Tags: Peterson | Jury | Did | Proud

Peterson Jury Did Us Proud

Wednesday, 15 December 2004 12:00 AM

To the liberal intelligentsia the ideal juror would have been a deeply reflective fellow liberal who would agonize over the nuances, waver over which facts to accept and which to ignore, and explain after failing to reach a verdict that "I voted to convict before I voted to acquit."

To make that judgment of guilt or innocence or life or death in the light of the lack of clear physical evidence, when even the method employed in the killing of Laci and Connor Peterson is still unknown, the jurors were confronted with a need for the clearest kind of rational thinking.

Ordinary folks are not deemed capable of such sophisticated reasoning.

That sort of thing is ordinarily thought to be restricted to the intellectual classes who occupy academic campuses, editorial offices, liberal think tanks and the like, and given their preferences, such responsibilities would be left to them and not to the hoi polloi (you and me) who persist in committing such atrocities as voting for George W. Bush.

As I said in the beginning, however, the application of that much maligned talent, common sense, combined with the ability to recognize one's responsibility and the grit to fulfill it despite many and varied obstacles, appears to be what above all is required to do the kind of job faced by the Peterson case jurors.

They had these qualifications in abundance. One doubts that a jury of the liberal elite could have begun to consider the facts available to them as sufficiently nuanced or convoluted to allow them to reach a clear headed and final conclusion. Their motto being not "I think therefor I am," but more likely "I doubt therefor I may or may not be."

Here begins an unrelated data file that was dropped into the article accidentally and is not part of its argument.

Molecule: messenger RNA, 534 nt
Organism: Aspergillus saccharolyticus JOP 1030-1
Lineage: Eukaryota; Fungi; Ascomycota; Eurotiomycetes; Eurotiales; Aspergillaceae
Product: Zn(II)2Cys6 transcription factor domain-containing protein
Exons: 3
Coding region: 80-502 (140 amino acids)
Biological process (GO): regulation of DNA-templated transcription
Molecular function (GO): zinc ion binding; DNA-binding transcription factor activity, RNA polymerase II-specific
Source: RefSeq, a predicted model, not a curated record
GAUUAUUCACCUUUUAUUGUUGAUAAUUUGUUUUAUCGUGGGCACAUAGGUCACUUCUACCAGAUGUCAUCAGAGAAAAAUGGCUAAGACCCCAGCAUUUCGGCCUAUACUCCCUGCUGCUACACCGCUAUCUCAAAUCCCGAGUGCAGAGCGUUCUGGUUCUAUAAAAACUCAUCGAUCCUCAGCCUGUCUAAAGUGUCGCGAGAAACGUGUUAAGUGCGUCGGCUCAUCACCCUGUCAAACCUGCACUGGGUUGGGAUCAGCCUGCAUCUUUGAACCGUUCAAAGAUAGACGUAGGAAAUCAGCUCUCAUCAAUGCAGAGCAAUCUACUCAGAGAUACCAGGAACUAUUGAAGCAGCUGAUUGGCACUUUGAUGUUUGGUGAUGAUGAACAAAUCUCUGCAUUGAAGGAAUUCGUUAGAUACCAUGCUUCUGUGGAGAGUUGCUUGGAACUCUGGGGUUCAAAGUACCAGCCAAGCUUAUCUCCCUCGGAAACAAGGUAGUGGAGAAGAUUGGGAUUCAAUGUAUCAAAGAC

I don't want to take a poke at the original jury foreman, dismissed apparently because he could not unite the jury to hunker down and look at the facts and then single-mindedly plunge forward to reach a conclusion.

But I can't help noting how the media and the assorted legal experts kept expressing their approval and admiration of the man because he was both a doctor and a lawyer and took copious notes throughout the trial. He was obviously an intellectual - more like them than his eleven fellow jurors. They loved him.

I won't knock anybody just because they have both law and medical degrees - it's always been a matter of family pride that my great uncle Philip Augustus Brennan was both a superb practicing lawyer and a practicing physician who was appointed to the New York State Supreme Court by then-governor Franklin Roosevelt (who he came to despise).

But as awesome a figure as he was, I simply can't picture him as a jury foreman, being about as unapproachable a human being as I have ever known. I'm sure he would have taken copious notes, but I suspect his fellow jurors would have cordially disliked his authoritarian ways.